PlanetSolar solar-powered ship prepares for second mission

After six months of maintenance and optimization, the composites-intensive MS Tûranor PlanetSolar, the world's larges solar-powered ship, will soon begin a new scientific mission.

PlanetSolar SA (La Ciotat, France) reported on Feb. 28 that after over six months of maintenance and optimization, the comosites-intensive MS Tûranor PlanetSolar is back in the water and preparing for its 2013 solar campaign. The improvements will expand and diversify the ship's applications, and enable it to navigate to the northernmost part of the Atlantic for the first time. The mission will include a scientific expedition along the Gulf Stream, a waste collection campaign in European waters and educational events. The boat will feature a new crew that will lead the largest solar vessel ever built on its 2013 campaign, which will be officially launched on March 18 in Monaco.

For information composites design for the MS Tûranor PlanetSolar, click "Designing the largest solar-powered yacht."

The success of the first trip around the world powered exclusively by solar energy has demonstrated the maturity of the prototype's photovoltaic technology. Those two years of solar navigation were instructive for PlanetSolar and led to an initial assessment of the vessel's performance. This assessment indicated where optimizations were needed to make the ship more efficient and maneuverable. These improvements will expand and diversify the ship's applications and uses, notably, enabling it to navigate to the northernmost part of the Atlantic, near the Artic, for the first time.

Six months of dry-docking were necessary for PlanetSolar to carry out the ship's maintenance work and optimizations, such as refurbishing the cabins, creating a sundeck on the bridge, reinforcing the mooring cleats, increasing water tank capacity and improving the rudder. The most substantial optimizations were made to the propulsion system—the surface propellers were replaced by a completely immersed system, and more powerful electric motors were installed on the bow thrusters. Now that this maintenance is complete, the MS Tûranor PlanetSolar is back in the water to begin a navigation phase test that will reevaluate its performance, and primarily its speed—a key element in the successful completion of its 2013 campaign.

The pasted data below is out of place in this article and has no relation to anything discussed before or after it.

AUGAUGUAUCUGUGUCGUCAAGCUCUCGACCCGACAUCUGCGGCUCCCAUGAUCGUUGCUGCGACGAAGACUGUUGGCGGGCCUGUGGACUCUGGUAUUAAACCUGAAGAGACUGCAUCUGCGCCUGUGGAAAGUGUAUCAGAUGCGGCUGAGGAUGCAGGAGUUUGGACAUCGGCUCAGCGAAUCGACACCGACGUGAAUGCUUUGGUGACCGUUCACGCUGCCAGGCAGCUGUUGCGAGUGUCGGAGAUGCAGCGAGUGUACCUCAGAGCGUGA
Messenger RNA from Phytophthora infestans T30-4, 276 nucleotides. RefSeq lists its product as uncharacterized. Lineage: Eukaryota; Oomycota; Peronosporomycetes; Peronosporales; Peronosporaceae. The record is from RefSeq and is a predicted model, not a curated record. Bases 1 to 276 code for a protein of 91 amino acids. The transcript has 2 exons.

The MS Tûranor PlanetSolar will officially begin its 2013 campaign on March 18 in the Principality of Monaco. It will leave for the Atlantic, where it will attempt to break its own world record speed for a transatlantic crossing that is powered only by solar energy (26 days in 2010).

rom May, in collaboration with the University of Geneva, the ship will become a platform for scientific research in the framework of the “PlanetSolar DeepWater” expedition. Led by Professor Martin Beniston, climatologist and co-winner of the Nobel Peace Prize, an onboard scientific team will collect new data along the Gulf Stream. The ship will follow the ocean current from Florida to the Far North and will put into port in Miami, New York, Boston, St. John's, Reykjavik, Bergen, Oslo, and Paris.

In the summer, the MS Tûranor PlanetSolar will be called upon to clean up floating waste in European waters. In collaboration with the Waste Free Oceans Foundation, the ship will be equipped with an trawling net that can collect up to 8 tons of marine pollution. In the fall, the catamaran will continue its solar energy promotion campaign and sail to the cities of Izmir and Istanbul. These stopovers will be opportunities to meet with local populations and promote photovoltaic energy. Instructive events aimed at young audiences will be organized aboard the ship.

The MS Tûranor PlanetSolar, built in Kiel, Germany, is a catamaran that runs exclusively on solar energy. After two years of design and construction, PlanetSolar is responsible for many technological advances, notably in the domain of composite material manufacturing and solar energy storage.